A highlight of the bylaws is a change that gives PTAs more rights in the House. Two members of the PTA Caucus will now be seated as full voting delegates with the same rights and responsibilities as voting delegates from APTA chapters and sections/academies.

Delegates also considered the ways the House's own culture has evolved into "year-round governance" that demands continuous attention from delegates as motions and other discussions are presented throughout the year. Critics of the model say that the current demands of being a delegate make it hard for many potential leaders to make the time for service, including a disproportionate number of those from underrepresented populations.

In response, the House charged APTA to conduct an evaluation of the House governance cycle to assess its "purposes, outcomes, and sustainability." A report with a description of the evaluation and recommendations for change, including a calendar, are due in 2022.

Attention to Productivity Standards that Respect Clinical Judgment

Productivity standards, used in many practice settings, can and should be reassessed and amended when necessary: That's the bottom line behind a new House position and related directive.

Rather than a list of the many potential dangers of inappropriate productivity standards, the association's new position describes how acceptable standards must strike a balance between patient experience and outcome, respect for clinical judgement, adherence to the code of ethics for the physical therapist, economics of care delivery models, and improved provider work experience. In a related action, the House directed APTA to address unreasonable clinical productivity standards by developing resources that "prioritize professional ethical standards and clinician well-being."

Highlighting Physical Therapy in COVID-19 Care and Recovery

Patients who have or are recovering from COVID-19, including those with lasting effects known informally as long COVID, can benefit greatly from physical therapist services—but are they aware of that? And perhaps even more important, are PTs, PTAs, and other stakeholders knowledgeable about the role physical therapy can play?.A charge to the association adopted by the House aims to get the word out.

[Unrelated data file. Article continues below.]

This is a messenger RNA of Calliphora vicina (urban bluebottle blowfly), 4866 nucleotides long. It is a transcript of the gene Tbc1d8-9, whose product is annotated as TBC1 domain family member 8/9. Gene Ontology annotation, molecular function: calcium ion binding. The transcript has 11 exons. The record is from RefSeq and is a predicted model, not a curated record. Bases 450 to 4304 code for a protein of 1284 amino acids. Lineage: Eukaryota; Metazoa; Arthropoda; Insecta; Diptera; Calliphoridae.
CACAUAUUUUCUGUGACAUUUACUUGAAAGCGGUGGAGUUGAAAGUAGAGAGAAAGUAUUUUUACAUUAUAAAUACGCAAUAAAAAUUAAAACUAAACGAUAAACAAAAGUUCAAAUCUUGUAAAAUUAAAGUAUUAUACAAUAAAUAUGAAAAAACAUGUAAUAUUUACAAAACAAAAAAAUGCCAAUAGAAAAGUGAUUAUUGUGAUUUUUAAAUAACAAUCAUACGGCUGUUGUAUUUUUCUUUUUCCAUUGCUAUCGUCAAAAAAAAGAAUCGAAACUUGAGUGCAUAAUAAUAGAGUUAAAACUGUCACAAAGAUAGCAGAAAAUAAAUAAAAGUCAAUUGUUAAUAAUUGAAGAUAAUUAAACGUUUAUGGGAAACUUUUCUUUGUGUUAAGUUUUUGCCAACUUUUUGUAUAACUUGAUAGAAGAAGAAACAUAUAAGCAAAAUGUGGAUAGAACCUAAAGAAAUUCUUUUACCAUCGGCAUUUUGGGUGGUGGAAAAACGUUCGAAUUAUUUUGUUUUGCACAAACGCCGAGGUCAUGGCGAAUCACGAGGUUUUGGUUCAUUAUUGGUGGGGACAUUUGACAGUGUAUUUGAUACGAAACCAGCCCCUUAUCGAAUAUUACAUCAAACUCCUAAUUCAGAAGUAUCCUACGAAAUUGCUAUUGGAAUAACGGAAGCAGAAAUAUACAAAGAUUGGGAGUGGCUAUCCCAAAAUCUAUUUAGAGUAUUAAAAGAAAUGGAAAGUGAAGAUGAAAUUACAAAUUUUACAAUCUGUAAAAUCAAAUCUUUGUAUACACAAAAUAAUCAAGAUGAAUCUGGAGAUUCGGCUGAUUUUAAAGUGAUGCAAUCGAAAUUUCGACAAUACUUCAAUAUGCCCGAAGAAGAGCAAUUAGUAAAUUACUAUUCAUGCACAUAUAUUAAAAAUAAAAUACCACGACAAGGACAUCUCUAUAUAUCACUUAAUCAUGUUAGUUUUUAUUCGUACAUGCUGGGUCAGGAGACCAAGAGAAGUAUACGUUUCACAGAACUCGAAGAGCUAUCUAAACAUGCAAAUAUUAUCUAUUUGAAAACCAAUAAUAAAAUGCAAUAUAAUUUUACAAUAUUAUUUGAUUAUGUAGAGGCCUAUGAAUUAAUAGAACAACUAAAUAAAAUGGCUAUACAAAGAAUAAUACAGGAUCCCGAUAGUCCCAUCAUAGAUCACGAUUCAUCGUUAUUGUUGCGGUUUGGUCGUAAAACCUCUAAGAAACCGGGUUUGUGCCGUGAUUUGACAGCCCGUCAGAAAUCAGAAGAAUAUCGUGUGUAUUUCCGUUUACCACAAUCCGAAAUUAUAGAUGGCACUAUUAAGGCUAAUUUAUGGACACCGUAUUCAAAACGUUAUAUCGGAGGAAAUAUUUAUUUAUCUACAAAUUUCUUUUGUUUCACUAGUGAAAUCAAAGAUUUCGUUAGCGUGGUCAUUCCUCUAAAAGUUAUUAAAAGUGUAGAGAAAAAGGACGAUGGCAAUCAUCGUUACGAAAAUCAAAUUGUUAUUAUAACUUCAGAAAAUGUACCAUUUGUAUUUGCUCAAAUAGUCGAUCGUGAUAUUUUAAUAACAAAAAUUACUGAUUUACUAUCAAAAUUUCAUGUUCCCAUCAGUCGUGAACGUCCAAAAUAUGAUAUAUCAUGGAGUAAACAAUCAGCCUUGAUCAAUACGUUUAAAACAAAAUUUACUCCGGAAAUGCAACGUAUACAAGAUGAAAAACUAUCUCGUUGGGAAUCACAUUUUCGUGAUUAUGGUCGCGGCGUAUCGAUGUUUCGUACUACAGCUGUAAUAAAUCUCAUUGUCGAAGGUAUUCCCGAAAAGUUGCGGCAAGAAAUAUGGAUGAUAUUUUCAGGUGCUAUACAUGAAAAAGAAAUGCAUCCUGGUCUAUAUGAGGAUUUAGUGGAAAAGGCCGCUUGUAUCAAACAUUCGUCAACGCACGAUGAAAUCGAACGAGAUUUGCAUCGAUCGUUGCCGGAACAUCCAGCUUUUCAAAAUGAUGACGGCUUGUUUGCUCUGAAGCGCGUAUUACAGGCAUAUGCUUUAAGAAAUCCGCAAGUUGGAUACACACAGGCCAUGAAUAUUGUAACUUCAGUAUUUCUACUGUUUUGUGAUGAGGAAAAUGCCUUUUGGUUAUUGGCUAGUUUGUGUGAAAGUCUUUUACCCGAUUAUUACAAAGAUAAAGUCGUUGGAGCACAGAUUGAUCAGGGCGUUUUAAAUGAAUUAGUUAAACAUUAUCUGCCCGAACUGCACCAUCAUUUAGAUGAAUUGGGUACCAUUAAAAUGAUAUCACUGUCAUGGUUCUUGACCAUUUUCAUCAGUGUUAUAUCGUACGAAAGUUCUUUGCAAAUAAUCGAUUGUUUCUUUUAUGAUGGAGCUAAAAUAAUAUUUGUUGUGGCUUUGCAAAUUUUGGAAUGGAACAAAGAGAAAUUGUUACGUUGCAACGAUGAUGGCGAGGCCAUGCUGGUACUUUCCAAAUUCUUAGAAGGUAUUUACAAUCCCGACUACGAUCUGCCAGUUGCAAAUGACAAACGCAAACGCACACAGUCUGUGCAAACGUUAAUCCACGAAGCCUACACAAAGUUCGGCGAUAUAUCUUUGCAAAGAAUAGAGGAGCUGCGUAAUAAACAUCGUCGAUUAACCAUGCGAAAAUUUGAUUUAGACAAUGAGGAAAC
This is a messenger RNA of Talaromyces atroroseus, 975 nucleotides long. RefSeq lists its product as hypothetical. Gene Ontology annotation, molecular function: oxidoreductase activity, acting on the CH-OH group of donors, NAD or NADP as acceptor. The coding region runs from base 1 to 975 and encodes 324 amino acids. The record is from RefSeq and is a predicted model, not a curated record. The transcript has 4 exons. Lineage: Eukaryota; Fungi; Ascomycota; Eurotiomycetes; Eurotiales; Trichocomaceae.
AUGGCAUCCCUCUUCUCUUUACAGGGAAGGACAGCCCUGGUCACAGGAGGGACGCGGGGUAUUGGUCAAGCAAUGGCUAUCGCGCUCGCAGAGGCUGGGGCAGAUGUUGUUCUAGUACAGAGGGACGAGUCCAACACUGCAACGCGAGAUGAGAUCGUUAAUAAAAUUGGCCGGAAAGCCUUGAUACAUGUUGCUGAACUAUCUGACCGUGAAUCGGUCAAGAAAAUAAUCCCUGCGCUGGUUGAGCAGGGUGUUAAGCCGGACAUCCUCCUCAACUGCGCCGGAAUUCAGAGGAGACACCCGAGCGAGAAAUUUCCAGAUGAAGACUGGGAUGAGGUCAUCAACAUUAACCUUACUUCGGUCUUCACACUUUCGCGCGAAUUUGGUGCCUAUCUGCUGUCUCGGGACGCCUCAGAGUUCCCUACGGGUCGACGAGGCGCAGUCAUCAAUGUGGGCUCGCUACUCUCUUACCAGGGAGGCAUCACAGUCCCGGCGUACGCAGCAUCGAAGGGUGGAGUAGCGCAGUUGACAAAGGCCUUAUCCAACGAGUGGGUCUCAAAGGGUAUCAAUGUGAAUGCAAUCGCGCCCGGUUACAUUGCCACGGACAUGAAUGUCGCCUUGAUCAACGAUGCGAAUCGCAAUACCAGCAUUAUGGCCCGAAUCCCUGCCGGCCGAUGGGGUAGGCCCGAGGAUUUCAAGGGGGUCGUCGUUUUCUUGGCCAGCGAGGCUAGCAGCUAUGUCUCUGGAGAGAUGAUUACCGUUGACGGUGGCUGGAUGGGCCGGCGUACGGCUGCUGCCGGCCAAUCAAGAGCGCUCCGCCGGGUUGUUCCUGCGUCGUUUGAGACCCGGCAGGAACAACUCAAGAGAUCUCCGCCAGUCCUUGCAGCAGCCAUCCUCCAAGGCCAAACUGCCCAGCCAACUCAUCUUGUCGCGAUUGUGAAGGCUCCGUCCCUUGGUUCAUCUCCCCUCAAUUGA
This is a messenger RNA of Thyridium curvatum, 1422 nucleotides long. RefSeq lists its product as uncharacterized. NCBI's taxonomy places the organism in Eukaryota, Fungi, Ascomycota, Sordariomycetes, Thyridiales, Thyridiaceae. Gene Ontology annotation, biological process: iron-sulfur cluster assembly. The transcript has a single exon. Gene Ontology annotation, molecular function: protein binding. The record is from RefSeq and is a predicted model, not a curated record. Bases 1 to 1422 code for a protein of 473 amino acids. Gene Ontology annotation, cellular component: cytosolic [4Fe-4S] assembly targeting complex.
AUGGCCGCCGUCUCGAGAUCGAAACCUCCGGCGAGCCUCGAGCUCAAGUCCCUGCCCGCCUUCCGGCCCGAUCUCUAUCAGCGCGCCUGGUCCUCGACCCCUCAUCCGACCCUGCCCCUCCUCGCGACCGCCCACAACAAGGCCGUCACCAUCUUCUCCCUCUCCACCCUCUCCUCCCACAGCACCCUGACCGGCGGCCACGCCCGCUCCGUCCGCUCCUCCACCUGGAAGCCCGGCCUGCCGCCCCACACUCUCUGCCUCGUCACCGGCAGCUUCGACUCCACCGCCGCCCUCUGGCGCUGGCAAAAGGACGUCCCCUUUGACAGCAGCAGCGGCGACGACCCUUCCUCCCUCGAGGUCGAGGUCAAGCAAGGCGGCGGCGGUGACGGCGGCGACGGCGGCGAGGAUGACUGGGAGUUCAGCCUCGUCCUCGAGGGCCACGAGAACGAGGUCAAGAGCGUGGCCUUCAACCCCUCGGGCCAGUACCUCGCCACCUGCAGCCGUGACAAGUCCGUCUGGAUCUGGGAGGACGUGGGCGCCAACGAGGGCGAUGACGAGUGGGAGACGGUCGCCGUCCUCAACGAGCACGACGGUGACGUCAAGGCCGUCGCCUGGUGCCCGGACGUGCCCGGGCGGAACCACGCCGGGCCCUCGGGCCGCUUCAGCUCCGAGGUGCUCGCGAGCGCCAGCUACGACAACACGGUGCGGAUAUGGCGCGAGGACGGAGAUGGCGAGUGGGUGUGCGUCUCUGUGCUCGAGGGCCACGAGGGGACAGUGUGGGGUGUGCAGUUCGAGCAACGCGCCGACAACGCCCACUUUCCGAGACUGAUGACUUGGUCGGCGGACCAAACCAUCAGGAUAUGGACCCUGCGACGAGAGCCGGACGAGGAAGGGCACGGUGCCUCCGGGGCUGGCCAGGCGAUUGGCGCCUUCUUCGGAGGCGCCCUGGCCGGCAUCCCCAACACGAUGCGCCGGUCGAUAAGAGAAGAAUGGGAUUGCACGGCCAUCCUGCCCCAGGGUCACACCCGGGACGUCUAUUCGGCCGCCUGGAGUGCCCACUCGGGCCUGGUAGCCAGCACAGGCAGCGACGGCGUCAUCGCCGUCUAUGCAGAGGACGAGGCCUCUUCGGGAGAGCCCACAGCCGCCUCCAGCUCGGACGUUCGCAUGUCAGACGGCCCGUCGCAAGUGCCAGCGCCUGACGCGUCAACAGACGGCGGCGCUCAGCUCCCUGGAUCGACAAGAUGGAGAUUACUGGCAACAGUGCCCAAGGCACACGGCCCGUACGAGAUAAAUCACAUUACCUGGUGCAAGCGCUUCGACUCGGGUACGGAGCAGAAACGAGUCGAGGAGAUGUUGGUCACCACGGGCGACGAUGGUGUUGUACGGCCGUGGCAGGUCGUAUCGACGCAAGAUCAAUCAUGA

The charge instructs APTA to launch a media campaign to promote physical therapist services "as essential and integral providers in the interprofessional team of health providers for management of individuals affected by the multisystem impact of COVID-19 and post-acute sequelae of SARS CoV-2." Additionally, in collaboration with sections/academies and other pertinent organizations, the association will distribute evidence-based resources related to serving the physical therapy needs of individuals with COVID-19 and its sequelae.

A Closer Look at Specialization

Delegates agreed that it's time for APTA to dive deeper into specialization within the physical therapy profession, and charged the association with conducting an examination of its history and current state, with the aim of creating "a long-term strategy to enhance the evolution and integration of specialization, and potentially sub-specialization, into the advanced practice of physical therapy." A report on that analysis is due to the House in 2023.





You Might Also Like...


For National Physical Therapy Month, Highlighting Our Value

Oct 4, 2023

This year's celebration is off to a strong start, with a must-read report and messaging resources for members.


NIH: People With Disabilities Among Groups Experiencing Health Disparities

Oct 3, 2023

The agency's decision, strongly supported by APTA, means more support for research on intersectionality and health outcomes.


Landmark APTA Report Makes the Case for Physical Therapy's Economic Value

Sep 27, 2023

The macroeconomic review of eight conditions shows how physical therapy delivers cost-effectiveness through quality-of-life improvements.